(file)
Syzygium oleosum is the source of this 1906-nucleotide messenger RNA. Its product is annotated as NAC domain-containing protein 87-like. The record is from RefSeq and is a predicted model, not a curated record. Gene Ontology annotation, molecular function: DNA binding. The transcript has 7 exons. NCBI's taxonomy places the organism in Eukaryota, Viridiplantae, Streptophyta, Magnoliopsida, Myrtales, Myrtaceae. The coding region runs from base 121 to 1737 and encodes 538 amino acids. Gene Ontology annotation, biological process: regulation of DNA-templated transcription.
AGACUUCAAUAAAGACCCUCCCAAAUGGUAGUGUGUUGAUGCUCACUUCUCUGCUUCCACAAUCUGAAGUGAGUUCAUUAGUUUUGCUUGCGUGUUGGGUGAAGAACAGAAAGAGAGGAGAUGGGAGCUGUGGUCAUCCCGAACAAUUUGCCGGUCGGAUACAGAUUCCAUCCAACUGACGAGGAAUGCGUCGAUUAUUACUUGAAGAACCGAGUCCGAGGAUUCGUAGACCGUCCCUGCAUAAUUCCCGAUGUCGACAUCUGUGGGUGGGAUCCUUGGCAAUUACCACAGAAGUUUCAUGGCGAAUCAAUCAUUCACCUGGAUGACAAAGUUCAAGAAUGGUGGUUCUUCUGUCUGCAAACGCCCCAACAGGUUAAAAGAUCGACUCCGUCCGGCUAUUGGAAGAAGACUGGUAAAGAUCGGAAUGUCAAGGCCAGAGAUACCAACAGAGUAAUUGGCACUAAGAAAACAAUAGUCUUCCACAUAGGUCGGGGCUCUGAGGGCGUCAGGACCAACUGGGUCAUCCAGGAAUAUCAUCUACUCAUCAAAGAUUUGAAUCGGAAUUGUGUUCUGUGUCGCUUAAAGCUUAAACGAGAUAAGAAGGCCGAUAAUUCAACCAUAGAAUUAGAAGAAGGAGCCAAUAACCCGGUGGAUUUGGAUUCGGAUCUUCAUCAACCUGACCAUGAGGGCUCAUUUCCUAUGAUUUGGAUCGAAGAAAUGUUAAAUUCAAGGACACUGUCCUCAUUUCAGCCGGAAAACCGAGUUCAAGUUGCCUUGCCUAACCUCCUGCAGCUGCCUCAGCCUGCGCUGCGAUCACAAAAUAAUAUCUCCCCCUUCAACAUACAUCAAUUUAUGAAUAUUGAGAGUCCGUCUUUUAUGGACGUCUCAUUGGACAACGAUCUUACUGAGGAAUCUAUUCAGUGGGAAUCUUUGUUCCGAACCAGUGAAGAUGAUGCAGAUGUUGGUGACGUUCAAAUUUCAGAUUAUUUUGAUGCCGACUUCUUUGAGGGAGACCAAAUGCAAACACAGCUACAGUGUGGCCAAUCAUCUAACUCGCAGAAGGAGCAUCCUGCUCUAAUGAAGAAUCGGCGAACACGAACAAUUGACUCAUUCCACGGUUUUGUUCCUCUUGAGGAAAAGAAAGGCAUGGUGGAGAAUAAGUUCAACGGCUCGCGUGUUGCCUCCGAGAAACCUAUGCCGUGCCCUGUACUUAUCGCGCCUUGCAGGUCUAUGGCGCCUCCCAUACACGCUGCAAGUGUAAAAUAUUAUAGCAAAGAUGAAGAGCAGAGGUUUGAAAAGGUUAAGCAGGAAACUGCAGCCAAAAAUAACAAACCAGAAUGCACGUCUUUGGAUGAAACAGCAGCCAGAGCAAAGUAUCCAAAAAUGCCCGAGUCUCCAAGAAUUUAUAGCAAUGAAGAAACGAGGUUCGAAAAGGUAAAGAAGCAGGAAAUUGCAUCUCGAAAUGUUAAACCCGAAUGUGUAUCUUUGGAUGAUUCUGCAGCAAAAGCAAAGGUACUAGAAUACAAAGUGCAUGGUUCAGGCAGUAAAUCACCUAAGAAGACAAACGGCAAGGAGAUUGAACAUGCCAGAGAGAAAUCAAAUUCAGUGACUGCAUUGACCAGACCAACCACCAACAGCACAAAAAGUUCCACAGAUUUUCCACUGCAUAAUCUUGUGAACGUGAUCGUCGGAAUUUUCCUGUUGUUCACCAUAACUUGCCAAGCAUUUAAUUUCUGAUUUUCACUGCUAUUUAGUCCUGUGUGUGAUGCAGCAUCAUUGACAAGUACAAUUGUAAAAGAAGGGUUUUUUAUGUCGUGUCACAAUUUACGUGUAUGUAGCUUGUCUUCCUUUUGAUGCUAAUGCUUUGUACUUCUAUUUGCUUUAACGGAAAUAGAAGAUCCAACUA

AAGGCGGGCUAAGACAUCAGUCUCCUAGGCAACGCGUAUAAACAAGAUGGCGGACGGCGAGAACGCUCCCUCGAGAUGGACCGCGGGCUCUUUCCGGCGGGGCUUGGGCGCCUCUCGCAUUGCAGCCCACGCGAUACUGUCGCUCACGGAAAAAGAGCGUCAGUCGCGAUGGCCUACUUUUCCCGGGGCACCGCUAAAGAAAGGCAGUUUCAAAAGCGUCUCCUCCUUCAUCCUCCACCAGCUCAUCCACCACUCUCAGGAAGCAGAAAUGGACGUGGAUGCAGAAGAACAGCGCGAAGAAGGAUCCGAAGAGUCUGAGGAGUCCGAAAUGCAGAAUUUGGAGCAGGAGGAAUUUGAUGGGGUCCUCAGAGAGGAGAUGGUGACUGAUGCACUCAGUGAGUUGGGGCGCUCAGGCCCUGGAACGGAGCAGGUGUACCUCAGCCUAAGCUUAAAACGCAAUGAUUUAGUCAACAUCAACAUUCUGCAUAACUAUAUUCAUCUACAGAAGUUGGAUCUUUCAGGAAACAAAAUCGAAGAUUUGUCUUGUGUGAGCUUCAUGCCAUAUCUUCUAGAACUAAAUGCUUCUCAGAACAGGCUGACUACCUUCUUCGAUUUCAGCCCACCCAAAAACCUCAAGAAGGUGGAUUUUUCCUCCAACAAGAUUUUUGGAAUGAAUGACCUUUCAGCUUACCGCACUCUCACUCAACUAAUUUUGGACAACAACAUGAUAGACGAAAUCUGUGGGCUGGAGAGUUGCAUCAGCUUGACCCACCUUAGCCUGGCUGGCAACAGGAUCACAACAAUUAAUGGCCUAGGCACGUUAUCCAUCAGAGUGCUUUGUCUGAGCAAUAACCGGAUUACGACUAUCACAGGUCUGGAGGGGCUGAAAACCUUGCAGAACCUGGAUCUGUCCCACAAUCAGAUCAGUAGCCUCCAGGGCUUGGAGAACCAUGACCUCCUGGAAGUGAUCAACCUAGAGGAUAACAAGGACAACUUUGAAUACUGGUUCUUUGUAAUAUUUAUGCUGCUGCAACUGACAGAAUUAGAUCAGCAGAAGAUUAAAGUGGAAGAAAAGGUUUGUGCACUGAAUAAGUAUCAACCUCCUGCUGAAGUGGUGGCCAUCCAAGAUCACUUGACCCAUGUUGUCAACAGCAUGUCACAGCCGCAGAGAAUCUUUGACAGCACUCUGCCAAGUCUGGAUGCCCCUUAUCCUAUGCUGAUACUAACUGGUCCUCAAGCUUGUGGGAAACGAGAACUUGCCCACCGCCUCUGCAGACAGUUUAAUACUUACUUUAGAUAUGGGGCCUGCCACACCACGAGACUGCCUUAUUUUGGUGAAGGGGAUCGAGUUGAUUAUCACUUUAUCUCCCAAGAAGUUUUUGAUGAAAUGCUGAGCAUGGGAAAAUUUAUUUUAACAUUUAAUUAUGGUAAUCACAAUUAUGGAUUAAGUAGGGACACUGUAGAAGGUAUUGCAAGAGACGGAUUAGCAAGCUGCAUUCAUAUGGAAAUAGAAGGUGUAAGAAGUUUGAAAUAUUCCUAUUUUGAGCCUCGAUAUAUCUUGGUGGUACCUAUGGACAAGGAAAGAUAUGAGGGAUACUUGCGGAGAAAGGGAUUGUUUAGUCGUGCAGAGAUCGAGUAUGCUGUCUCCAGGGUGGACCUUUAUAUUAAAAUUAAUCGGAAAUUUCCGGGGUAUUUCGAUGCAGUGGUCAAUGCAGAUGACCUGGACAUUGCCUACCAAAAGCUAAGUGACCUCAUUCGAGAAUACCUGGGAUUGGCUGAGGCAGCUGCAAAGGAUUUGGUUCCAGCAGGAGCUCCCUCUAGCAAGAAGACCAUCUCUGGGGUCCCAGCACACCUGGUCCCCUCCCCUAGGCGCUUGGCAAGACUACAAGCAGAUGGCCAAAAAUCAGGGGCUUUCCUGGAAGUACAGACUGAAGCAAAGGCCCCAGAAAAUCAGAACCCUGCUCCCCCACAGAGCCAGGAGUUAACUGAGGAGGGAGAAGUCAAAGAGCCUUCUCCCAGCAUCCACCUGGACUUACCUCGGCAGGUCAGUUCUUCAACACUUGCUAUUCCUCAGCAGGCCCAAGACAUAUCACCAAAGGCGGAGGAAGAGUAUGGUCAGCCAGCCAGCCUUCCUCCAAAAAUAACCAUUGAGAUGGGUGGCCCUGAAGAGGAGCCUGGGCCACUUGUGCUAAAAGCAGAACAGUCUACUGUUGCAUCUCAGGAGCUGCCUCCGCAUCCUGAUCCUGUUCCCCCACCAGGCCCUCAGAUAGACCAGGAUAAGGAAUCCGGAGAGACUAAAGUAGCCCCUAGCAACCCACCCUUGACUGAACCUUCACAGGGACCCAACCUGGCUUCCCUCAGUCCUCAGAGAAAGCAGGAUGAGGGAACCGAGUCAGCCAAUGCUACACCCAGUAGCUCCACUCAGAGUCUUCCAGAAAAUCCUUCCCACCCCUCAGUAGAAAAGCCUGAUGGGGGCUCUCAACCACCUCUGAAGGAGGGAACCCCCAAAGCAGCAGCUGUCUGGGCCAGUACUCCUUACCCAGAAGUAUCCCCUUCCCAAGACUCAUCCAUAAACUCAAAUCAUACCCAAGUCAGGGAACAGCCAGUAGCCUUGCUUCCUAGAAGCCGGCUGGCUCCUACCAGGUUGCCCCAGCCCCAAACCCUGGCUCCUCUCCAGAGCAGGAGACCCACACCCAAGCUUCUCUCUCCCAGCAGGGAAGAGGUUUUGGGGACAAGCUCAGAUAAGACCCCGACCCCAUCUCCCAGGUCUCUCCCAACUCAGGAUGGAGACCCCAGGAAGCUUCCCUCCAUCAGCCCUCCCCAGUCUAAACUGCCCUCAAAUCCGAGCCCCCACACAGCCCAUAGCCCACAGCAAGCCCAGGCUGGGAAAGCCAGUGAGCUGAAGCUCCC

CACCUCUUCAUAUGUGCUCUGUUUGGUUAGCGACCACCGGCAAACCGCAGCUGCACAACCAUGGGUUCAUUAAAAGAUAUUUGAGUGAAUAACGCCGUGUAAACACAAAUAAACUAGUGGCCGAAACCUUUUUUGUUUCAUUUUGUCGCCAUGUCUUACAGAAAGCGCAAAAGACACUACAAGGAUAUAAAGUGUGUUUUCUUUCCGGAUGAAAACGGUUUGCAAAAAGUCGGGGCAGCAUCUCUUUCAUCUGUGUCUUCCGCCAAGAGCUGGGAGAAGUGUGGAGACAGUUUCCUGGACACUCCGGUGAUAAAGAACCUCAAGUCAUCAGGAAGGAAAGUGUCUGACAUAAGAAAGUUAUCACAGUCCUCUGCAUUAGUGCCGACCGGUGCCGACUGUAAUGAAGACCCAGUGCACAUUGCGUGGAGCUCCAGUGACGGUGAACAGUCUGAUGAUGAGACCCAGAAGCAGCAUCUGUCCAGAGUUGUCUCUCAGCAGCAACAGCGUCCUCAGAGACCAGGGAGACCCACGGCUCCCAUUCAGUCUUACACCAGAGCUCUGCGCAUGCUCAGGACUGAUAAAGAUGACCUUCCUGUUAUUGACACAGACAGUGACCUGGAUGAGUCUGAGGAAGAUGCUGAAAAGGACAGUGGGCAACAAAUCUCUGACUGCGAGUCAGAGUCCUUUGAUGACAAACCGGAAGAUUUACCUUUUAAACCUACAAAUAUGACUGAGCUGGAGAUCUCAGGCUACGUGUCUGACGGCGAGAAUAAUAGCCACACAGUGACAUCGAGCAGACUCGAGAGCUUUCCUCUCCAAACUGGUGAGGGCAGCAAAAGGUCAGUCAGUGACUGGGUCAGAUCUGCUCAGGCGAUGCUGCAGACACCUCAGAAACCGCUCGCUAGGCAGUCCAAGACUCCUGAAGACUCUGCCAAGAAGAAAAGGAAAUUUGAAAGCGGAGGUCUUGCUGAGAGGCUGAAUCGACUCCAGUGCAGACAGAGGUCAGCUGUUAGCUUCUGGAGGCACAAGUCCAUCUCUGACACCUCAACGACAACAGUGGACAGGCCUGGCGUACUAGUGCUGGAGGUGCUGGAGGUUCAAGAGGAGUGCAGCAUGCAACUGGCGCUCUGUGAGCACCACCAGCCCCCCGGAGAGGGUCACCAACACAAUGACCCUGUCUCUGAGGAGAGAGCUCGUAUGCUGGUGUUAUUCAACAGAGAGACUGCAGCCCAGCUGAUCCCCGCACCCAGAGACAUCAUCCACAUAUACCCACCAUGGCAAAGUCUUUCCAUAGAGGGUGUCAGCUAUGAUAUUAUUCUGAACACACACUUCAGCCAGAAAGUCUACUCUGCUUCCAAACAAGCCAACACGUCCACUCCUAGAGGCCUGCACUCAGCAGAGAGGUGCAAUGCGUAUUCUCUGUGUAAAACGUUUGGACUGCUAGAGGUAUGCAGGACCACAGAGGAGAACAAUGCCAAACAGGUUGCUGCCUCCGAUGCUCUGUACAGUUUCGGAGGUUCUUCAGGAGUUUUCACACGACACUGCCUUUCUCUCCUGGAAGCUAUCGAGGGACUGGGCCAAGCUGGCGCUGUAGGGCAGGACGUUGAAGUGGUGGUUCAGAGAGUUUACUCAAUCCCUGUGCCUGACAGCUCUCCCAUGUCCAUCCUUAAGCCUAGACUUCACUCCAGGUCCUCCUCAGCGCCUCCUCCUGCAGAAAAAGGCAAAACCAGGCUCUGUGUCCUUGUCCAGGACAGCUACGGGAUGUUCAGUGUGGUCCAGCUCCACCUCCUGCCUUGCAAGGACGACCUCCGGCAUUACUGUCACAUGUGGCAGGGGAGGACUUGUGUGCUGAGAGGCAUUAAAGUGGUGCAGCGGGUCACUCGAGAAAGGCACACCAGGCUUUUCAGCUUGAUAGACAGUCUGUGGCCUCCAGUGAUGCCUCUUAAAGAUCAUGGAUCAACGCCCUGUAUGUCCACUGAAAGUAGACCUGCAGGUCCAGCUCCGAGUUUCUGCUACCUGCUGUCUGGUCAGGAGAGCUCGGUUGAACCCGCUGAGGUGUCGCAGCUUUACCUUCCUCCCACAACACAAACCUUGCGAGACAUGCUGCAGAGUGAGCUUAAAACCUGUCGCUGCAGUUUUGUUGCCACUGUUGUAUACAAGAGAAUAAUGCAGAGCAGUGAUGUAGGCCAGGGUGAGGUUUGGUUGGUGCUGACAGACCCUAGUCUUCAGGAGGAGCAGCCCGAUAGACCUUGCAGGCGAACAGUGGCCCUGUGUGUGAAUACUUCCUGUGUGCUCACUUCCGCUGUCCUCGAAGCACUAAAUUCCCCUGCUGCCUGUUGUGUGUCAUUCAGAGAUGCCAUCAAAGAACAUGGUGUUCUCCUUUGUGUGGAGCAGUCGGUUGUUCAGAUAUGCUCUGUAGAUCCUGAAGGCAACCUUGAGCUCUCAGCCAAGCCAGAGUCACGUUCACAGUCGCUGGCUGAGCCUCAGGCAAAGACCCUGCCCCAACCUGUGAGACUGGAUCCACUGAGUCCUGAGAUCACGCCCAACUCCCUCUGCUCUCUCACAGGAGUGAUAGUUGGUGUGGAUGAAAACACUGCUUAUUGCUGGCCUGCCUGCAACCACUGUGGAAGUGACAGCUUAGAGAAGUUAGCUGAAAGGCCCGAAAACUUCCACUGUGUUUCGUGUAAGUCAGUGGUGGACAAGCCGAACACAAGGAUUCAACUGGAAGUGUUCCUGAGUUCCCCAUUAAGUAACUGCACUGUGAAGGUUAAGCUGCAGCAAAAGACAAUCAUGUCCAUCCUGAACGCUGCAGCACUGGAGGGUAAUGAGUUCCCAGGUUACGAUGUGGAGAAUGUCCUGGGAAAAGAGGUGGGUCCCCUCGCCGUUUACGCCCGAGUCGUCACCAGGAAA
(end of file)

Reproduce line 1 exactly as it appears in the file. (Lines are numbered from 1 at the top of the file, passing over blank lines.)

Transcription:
Syzygium oleosum is the source of this 1906-nucleotide messenger RNA. Its product is annotated as NAC domain-containing protein 87-like. The record is from RefSeq and is a predicted model, not a curated record. Gene Ontology annotation, molecular function: DNA binding. The transcript has 7 exons. NCBI's taxonomy places the organism in Eukaryota, Viridiplantae, Streptophyta, Magnoliopsida, Myrtales, Myrtaceae. The coding region runs from base 121 to 1737 and encodes 538 amino acids. Gene Ontology annotation, biological process: regulation of DNA-templated transcription.